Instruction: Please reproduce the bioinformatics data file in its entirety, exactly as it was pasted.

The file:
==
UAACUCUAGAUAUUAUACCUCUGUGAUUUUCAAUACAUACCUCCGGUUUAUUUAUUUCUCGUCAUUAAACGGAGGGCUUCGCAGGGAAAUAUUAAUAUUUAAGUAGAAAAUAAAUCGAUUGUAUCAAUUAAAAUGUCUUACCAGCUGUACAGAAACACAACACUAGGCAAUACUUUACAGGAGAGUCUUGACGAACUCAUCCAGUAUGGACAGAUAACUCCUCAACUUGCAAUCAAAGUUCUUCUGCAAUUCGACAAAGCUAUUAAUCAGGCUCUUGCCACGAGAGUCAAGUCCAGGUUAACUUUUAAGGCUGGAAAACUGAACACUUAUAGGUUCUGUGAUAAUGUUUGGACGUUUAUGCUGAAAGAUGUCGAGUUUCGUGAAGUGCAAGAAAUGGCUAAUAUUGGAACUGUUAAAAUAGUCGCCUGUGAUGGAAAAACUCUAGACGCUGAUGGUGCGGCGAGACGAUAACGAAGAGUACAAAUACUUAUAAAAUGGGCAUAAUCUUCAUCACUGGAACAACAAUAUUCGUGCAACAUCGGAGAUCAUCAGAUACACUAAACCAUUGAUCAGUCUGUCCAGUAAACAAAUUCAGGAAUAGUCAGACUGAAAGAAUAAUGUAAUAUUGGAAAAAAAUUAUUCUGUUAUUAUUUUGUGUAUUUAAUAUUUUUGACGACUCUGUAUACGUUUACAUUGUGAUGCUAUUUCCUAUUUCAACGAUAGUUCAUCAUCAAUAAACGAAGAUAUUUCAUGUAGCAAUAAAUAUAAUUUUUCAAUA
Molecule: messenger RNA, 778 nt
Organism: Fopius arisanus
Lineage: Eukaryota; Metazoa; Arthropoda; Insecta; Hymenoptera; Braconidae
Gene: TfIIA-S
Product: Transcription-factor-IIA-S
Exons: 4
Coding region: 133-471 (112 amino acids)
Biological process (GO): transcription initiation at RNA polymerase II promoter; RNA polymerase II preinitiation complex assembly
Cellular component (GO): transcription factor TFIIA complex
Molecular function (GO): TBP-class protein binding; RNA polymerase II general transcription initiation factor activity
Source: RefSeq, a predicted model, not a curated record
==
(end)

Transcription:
UAACUCUAGAUAUUAUACCUCUGUGAUUUUCAAUACAUACCUCCGGUUUAUUUAUUUCUCGUCAUUAAACGGAGGGCUUCGCAGGGAAAUAUUAAUAUUUAAGUAGAAAAUAAAUCGAUUGUAUCAAUUAAAAUGUCUUACCAGCUGUACAGAAACACAACACUAGGCAAUACUUUACAGGAGAGUCUUGACGAACUCAUCCAGUAUGGACAGAUAACUCCUCAACUUGCAAUCAAAGUUCUUCUGCAAUUCGACAAAGCUAUUAAUCAGGCUCUUGCCACGAGAGUCAAGUCCAGGUUAACUUUUAAGGCUGGAAAACUGAACACUUAUAGGUUCUGUGAUAAUGUUUGGACGUUUAUGCUGAAAGAUGUCGAGUUUCGUGAAGUGCAAGAAAUGGCUAAUAUUGGAACUGUUAAAAUAGUCGCCUGUGAUGGAAAAACUCUAGACGCUGAUGGUGCGGCGAGACGAUAACGAAGAGUACAAAUACUUAUAAAAUGGGCAUAAUCUUCAUCACUGGAACAACAAUAUUCGUGCAACAUCGGAGAUCAUCAGAUACACUAAACCAUUGAUCAGUCUGUCCAGUAAACAAAUUCAGGAAUAGUCAGACUGAAAGAAUAAUGUAAUAUUGGAAAAAAAUUAUUCUGUUAUUAUUUUGUGUAUUUAAUAUUUUUGACGACUCUGUAUACGUUUACAUUGUGAUGCUAUUUCCUAUUUCAACGAUAGUUCAUCAUCAAUAAACGAAGAUAUUUCAUGUAGCAAUAAAUAUAAUUUUUCAAUA
Molecule: messenger RNA, 778 nt
Organism: Fopius arisanus
Lineage: Eukaryota; Metazoa; Arthropoda; Insecta; Hymenoptera; Braconidae
Gene: TfIIA-S
Product: Transcription-factor-IIA-S
Exons: 4
Coding region: 133-471 (112 amino acids)
Biological process (GO): transcription initiation at RNA polymerase II promoter; RNA polymerase II preinitiation complex assembly
Cellular component (GO): transcription factor TFIIA complex
Molecular function (GO): TBP-class protein binding; RNA polymerase II general transcription initiation factor activity
Source: RefSeq, a predicted model, not a curated record